6. Bebu Silver badge
    Windows

    Let us see your heterocyclic rings! :)

    《2.2 million, of which nearly 400,000 are believed to be stable》

    Reminded me of the old jibe against String Theory "not so much a theory of everything as a theory of anything." :)

    Enumerating a range of inorganic crystalline compounds whose physical and chemical properties would be fairly predictable is fairly low hanging fruit, which probably could be just as effectively done without the benefit of LLM, and is probably more a testament to the sheer amount of CPU/GPU cycles the googleers can throw on the fire of AI vanity.

    I am a reasonable chap I will give you as many C, N, H and O atoms as you might need - show me the same trick with all the compounds containing ring (cyclic) structures you can enumerate. :)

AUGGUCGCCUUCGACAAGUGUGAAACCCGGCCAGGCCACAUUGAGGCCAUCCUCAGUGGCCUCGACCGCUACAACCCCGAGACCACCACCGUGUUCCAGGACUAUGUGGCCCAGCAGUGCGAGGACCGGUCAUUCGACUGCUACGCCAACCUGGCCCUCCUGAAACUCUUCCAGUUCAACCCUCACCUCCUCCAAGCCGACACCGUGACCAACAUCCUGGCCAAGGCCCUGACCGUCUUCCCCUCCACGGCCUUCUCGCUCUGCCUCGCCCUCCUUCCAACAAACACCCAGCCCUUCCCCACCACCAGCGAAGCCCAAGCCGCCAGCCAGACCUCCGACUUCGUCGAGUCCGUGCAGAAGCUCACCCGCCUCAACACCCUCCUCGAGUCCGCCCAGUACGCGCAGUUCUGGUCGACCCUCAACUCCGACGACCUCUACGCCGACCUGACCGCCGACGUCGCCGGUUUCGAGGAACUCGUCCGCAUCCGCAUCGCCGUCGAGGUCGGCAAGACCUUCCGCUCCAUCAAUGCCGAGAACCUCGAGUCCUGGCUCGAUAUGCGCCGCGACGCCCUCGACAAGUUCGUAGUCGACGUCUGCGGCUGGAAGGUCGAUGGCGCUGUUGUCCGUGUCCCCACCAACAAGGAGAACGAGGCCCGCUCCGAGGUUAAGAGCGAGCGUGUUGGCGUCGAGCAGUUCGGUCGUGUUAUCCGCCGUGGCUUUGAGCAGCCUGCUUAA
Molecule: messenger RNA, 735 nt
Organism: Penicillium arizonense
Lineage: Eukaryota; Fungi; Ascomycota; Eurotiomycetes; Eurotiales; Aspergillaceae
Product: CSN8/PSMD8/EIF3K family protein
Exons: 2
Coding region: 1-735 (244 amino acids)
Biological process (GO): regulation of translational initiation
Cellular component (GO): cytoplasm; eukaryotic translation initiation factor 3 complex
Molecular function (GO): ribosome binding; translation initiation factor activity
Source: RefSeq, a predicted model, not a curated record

Probably not.

    1. FrogsAndChips Silver badge

      Re: Let us see your heterocyclic rings! :)

      《2.2 million, of which nearly 400,000 are believed to be stable》

      and of which a few hundreds, or less than 0.01% have been synthetized, and 0 has proved novel or useful, otherwise Google would have been quick to boast about it. A real achievement indeed.

      1. I ain't Spartacus Gold badge

        Re: Let us see your heterocyclic rings! :)

        Perhaps this is the best way to do science? Make so many claims that people can't disprove them all without using the same computer tools you're using.

        Even better if you can get them to pay to use your datacentres when doing it.

        It's a bit like arguing with a conspiracy theory fan, or Russian propaganda. As soon as you've shot down one claim, as demonstrably false, they've brought up 3 others so you run out of time before they run out of arguments.

        1. that one in the corner Silver badge